PAHO discusses new strategies to improve region’s health

The Executive Committee of the Pan American Health Organization (PAHO) is discussing strategies and plans to improve the health of people in the Americas.

The issues being addressed by the Executive Committee include a strategy for the prevention and control of arboviral diseases, including Zika; action plans for the prevention and control of HIV and sexually transmitted infections; the elimination of neglected tropical diseases; and disaster risk reduction. They also cover topics such as health systems resilience; access and rational use of high-cost medicines and other strategic health technologies; and the health of migrants.

Delegates are also reviewing a report on the response in the region to the Zika virus.

The Director of the Pan American Health Organization, Carissa F. Etienne, noted that the region has recently faced major public health challenges including floods and earthquakes.

“Even as we grappled with and responded to these natural disasters, we in the Americas were confronted by the crushing impact of the newly emerging Zika virus epidemic, which once again tested our preparedness and responsiveness to an outbreak emergency,” she said.

PAHO “mounted timely and effective responses to all these disasters and the outbreak, building upon its vast experience in disaster management. We were able to work with partners to ensure strong support to our affected member states,” she added, noting the importance of “an integrated approach to the prevention of Zika, dengue, chikungunya and yellow fever” in the new regional Strategy for Arboviral Disease Prevention and Control.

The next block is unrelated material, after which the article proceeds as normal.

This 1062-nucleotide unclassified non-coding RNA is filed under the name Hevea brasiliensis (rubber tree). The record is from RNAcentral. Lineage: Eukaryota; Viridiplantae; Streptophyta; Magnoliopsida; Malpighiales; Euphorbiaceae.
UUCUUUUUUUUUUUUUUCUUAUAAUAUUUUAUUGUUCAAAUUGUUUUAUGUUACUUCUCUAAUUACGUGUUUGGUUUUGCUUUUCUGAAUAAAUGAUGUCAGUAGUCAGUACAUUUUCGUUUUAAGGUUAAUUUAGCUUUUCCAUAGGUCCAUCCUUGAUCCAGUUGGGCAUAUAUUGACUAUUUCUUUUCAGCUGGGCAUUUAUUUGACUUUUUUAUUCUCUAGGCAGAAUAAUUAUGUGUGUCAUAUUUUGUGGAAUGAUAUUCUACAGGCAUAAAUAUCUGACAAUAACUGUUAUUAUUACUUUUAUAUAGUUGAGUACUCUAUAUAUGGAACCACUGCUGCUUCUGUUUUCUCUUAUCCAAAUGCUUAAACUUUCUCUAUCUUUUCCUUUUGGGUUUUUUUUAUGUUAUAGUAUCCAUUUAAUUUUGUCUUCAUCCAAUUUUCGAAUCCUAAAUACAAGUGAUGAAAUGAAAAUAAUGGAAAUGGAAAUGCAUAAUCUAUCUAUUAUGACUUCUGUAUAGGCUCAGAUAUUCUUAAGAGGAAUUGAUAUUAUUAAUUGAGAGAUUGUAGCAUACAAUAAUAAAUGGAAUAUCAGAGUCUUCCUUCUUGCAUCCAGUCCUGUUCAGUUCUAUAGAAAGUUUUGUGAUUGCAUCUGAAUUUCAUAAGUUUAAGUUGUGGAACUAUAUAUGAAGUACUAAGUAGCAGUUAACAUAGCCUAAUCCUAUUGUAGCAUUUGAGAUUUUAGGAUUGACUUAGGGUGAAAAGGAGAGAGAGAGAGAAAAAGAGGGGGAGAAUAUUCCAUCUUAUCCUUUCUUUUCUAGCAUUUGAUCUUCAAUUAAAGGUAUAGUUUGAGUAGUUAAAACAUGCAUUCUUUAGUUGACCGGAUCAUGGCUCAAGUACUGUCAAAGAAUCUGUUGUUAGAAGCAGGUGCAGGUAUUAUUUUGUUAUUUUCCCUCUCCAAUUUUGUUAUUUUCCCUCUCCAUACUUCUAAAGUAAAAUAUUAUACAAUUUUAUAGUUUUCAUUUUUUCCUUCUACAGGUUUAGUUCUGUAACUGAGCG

Etienne also stressed the importance of discussing high-cost medicines, saying they “are among the major contributors to the ever-increasing healthcare costs borne by governments, families and individuals, and these exorbitant costs can negatively impede progress towards universal health.”

Ecuador Minister Margarita Guevara thanked the countries of the region and PAHO for their quick response and support after the earthquake that struck her country in April.

The Committee, chaired by the Minister of Public Health of Ecuador, Margarita Guevara, includes representatives from Antigua and Barbuda, Argentina, Bahamas, Chile, Costa Rica, Ecuador, Guatemala, Trinidad and Tobago, and the United States.

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